Introducing the Communist Students amendment on the need for a Marxist programme, Tina Becker quoted Alex Callinicos’s plea to challenge capitalism as a system. Surely, the current crisis requires an answer that goes beyond fiddling with aspects of the system, she said: “The vast majority of people in this room are Marxists - are we afraid to openly fight for what we believe is true?”

The SWP did not even have to put somebody up to speak against our amendment - the AWL’s front group, ENS, got there first. Incredibly, in a room full of self-proclaimed Marxists, the ENS comrade who spoke won a round of applause for stating that he was “not a Marxist”. Rather than seeking to win him to their politics, the SWP simply loved the fact that he said this, imagining him to be typical of thousands of others who they believe will join us if only we dumb down our politics. Despite Callinicos’s opening speech the SWP still seems to be in Respect mode.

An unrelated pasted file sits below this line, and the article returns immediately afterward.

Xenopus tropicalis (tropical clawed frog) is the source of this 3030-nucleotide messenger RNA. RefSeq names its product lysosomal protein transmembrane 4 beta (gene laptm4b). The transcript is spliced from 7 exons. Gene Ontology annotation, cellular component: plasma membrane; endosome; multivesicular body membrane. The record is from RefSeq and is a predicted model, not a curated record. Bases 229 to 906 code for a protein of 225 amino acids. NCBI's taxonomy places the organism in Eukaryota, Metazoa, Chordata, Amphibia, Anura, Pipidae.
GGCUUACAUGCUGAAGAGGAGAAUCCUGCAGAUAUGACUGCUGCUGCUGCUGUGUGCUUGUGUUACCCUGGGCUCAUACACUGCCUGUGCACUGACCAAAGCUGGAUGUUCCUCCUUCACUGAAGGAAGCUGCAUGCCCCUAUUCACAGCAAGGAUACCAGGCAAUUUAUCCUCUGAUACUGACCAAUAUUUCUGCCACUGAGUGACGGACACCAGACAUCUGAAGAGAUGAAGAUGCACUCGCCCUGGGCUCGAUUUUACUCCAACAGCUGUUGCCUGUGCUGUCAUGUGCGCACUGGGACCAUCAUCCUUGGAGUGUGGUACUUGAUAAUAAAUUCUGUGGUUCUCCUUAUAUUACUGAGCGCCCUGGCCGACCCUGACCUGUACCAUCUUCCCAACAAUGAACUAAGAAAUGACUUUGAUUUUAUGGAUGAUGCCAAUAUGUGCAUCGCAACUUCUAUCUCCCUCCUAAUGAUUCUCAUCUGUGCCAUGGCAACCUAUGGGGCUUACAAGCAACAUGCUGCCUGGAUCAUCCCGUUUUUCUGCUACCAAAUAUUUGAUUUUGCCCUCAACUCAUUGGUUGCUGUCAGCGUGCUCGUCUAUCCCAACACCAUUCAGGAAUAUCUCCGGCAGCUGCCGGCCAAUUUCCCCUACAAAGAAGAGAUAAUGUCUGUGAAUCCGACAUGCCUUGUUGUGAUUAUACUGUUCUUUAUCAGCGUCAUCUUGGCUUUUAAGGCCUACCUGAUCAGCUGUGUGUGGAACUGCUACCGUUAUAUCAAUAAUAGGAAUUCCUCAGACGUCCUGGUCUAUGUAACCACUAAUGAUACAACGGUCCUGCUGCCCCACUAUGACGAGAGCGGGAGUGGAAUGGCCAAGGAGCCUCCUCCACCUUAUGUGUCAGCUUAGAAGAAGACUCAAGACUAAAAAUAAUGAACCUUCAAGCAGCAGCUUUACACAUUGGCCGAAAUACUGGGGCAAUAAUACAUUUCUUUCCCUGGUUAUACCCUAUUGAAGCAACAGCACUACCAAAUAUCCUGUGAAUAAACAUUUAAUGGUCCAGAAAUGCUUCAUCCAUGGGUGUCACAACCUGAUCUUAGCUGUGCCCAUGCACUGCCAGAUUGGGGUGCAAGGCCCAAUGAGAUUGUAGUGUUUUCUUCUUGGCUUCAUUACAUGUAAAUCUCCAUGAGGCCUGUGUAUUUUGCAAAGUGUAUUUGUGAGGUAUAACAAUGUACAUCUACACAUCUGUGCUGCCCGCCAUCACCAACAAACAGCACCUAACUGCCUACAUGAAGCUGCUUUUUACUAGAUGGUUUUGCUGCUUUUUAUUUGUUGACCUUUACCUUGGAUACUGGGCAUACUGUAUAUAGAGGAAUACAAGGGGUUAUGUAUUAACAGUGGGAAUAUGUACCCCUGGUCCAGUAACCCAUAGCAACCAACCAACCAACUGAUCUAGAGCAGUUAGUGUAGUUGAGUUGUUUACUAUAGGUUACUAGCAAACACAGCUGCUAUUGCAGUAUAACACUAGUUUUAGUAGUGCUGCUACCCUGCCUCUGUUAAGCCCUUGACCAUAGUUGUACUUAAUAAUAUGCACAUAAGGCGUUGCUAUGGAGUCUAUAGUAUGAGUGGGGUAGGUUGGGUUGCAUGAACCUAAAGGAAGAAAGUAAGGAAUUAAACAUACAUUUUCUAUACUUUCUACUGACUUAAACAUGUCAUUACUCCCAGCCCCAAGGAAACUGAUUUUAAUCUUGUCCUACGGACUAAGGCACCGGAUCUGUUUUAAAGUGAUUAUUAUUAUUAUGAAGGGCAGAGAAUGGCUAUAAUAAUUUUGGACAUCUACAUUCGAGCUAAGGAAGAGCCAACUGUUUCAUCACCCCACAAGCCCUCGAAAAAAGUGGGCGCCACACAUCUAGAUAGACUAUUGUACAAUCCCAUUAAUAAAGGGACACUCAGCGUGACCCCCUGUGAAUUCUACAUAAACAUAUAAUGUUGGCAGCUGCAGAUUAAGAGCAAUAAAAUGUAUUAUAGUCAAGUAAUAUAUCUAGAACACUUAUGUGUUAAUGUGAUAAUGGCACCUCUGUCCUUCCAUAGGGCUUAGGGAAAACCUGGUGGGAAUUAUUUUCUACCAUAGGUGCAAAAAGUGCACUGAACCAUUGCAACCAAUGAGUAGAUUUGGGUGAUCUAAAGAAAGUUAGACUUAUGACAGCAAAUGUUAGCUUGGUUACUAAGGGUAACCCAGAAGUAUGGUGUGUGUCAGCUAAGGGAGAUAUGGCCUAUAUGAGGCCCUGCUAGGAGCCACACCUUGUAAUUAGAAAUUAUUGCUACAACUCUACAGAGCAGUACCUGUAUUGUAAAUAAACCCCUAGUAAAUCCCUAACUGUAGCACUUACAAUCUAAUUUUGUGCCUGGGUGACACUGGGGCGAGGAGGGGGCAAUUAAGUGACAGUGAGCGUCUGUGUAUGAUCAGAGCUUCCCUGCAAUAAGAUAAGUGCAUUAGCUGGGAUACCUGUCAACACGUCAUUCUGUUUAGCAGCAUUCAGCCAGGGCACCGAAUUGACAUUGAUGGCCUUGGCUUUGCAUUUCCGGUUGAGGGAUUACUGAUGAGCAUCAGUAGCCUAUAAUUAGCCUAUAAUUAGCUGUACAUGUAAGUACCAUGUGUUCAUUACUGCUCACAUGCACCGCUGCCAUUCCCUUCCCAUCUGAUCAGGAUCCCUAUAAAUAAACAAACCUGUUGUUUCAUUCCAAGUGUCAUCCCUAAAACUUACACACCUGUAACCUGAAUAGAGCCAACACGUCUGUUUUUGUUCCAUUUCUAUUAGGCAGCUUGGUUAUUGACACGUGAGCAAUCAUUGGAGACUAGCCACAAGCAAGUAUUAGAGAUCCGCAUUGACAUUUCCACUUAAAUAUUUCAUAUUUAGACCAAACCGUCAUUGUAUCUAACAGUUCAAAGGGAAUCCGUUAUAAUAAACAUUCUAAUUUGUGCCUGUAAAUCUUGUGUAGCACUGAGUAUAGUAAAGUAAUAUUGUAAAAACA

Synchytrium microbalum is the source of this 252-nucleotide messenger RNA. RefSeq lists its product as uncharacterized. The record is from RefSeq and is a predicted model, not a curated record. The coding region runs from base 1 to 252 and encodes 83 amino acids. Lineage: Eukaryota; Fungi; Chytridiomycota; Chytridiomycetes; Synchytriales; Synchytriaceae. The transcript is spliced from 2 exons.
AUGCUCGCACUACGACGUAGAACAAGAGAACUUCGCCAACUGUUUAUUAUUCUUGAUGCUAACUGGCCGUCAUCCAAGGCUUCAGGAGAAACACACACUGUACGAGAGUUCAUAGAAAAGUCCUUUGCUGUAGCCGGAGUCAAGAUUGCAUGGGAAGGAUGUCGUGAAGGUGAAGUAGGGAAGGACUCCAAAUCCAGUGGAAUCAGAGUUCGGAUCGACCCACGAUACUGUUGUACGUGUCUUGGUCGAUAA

The ENS comrade went on to deliver the usual line about how we should not “alienate” people by putting forward a political programme - any programme, presumably. Oddly, he was the very same comrade who had spoken against a similar motion we had put forward at the Education Not For Sale conference. All the members of purportedly Marxist organisations voted against our amendment (apart from AWL member Ed Maltby, who abstained).

CS member Chris Strafford put forward our second amendment, which would have committed AEIP to support Hands Off the People of Iran, as well as the Stop the War Coalition. SWP member Siobhan Brown got up and delivered what was clearly a prepared ‘speech’ containing many of the slanderous and nasty arguments made against Hopi previously.

Apparently, by answering the call for solidarity made by Iranian students, women’s and workers’ organisations, Hopi is “patronising the Iranian people”. She went on to repeat the lie that Hopi was trying to split the STWC and “consistently undermines its work”. Presumably, she was referring to Hopi’s unsuccessful attempt to affiliate to the coalition, which the SWP voted down.

Sarcasm aside, the large numbers of those voting against our amendments gave us a reminder of just how politically moribund the left is. The Hopi amendment was supported only by comrades from Socialist Students, whilst almost everyone else voted against. The social-imperialists from the AWL abstained.